When it comes to important policy shifts, most people look to national government to take the lead. This needn't be the case.
Our Constitution gives much more scope to provincial and local government to initiate and implement innovative policy than most of us think. That is why I took such an interest in a policy initiative by the Bergrivier municipality, with its seat at the picturesque West Coast town of Piketberg.
Word reached me that this pioneering municipality was planning to introduce incentives and penalties to deal with the crisis of its school drop-out rate - a difficult nut to crack in rural municipalities.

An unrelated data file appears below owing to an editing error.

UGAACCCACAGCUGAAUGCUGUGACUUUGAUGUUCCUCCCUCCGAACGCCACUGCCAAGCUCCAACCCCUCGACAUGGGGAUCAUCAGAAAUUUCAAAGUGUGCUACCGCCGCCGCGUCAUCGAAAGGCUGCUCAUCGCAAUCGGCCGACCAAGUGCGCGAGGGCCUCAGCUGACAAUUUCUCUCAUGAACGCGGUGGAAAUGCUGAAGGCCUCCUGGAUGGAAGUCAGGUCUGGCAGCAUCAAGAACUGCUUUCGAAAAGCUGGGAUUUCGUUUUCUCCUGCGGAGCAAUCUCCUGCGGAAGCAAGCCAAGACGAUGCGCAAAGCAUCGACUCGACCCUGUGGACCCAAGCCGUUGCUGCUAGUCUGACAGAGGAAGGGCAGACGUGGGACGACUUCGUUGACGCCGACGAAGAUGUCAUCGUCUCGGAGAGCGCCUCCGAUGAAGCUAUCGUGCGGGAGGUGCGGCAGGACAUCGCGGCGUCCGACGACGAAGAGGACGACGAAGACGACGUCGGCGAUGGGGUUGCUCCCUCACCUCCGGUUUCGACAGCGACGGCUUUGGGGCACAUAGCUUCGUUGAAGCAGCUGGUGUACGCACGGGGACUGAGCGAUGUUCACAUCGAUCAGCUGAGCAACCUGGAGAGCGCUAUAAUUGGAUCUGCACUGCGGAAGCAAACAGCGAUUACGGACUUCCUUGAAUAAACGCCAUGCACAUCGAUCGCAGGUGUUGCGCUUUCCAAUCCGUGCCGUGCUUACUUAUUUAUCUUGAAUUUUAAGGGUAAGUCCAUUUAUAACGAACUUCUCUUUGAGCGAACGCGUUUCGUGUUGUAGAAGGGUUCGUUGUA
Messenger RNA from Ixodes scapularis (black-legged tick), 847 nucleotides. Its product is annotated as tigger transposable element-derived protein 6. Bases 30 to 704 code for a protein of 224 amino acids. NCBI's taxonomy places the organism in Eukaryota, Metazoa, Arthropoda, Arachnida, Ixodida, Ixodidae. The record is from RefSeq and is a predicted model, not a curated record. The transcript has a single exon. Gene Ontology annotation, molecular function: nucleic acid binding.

Bergrivier Mayor Evert Manuel and Municipal Manager Hanlie Linde were spurred to action by the Western Cape government's Farmworker Household Census, conducted by the Provincial Department of Agriculture, which concluded that a shockingly low 26.7% of children of farmworkers in the Bergrivier area were actually attending school. And although the situation in the municipality's nine towns and villages looks better, the drop-out rate is still worryingly high, at an average of 40%.
Despite the fact that education is not a local government mandate, the municipality concluded they had to do something to improve the situation.